Last week, a pair of activists launched a social media campaign that quickly went from advocacy to unintentional irony. To show solidarity with African American victims of police brutality, the women encouraged Instagrammers, especially major corporations, to post a black square in lieu of a picture, in order to leave space on the platform for people of color.
As well-intentioned as Blackout Tuesday was, with people across the country continuing to express outrage over the police killing of George Floyd, it started to unravel nearly as fast as it caught on. Upon further reflection, it doesn’t make a whole lot of sense to ask people to post in order to show how they weren’t going to post.
Nor was it practical. So many individual and company Instagrammers posted black squares, that entire portions of the site went essentially blank. If the intent was, as described, to amplify black voices, a sea of black squares drowned them out instead.
Blackout Tuesday is the latest example of what’s called “hashtag activism,” or internet advocacy. Now that social media operates within our culture like a public square, it only makes sense that people would take to their keyboards when they want social change. Unfortunately, if that’s where our activism begins and ends, as it far too often is, we’re guilty of a category mistake. We’re treating Twitter (say that fast five times) as if it’s the real world. It’s not.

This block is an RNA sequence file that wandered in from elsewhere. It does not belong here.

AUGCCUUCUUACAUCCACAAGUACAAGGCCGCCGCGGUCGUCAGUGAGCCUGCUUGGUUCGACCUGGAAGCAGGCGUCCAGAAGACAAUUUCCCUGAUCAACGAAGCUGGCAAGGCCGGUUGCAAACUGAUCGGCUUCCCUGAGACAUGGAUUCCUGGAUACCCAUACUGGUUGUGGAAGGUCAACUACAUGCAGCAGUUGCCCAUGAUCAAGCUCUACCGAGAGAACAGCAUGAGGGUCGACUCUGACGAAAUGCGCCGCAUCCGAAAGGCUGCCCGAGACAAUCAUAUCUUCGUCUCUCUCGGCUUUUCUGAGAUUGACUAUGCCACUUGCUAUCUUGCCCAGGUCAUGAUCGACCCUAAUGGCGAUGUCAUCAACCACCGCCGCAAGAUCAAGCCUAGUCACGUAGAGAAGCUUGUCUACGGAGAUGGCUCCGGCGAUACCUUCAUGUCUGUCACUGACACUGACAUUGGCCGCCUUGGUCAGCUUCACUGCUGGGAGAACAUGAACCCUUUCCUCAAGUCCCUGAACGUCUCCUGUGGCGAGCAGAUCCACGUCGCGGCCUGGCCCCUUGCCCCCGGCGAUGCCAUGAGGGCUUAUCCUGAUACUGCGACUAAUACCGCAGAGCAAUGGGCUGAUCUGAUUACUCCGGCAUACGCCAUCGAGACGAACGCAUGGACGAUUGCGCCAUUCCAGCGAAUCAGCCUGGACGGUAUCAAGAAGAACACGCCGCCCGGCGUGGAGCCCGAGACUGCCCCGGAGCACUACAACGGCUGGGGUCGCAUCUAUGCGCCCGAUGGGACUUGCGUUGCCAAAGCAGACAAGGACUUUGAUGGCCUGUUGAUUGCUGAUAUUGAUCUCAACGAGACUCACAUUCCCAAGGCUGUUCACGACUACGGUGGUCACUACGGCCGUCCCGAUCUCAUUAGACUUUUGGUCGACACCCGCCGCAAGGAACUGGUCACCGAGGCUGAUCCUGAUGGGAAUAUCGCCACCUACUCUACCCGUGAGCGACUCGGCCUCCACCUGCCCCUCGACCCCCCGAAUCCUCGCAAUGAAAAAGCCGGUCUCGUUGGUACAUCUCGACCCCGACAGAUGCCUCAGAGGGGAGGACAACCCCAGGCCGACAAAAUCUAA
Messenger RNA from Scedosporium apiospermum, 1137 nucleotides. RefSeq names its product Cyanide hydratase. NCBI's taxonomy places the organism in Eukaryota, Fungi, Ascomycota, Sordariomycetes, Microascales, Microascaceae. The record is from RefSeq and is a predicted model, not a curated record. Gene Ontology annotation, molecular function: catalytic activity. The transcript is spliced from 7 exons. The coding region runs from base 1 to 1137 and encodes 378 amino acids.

In fact, Twitter, like the rest of social media, is actually an infinitesimally small slice of the real world. As economist Arthur Brooks pointed out last year, only 22% of American adults are on Twitter at all, only 7% are active, and 80% of all tweets come from only 10 percent of them. (And about half of those come from Ed Stetzer.)
In no way am I suggesting that advocating online is always meaningless or silly. It’s not wrong in and of itself, but it is wrong by itself. It is no substitute for actual, embodied kingdom-building engagement. Just look at the stats. The most-followed person on Twitter only reaches two out of 10 of their neighbors, and that’s only if they are on Twitter too. And even then, you’re just talking in a one-directional, one-sentence-at-a-time way.
Blackout Tuesday reminded me of a similar phenomenon that followed 9/11, something Neil Postman warned of in his book, Amusing Ourselves to Death. Of course, social media wasn’t around in 2001 but, as Americans everywhere struggled to make sense of what had happened, we started conflating “staying informed” with “doing something.”
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SOURCE: Christian Post, John Stonestreet and Maria Baer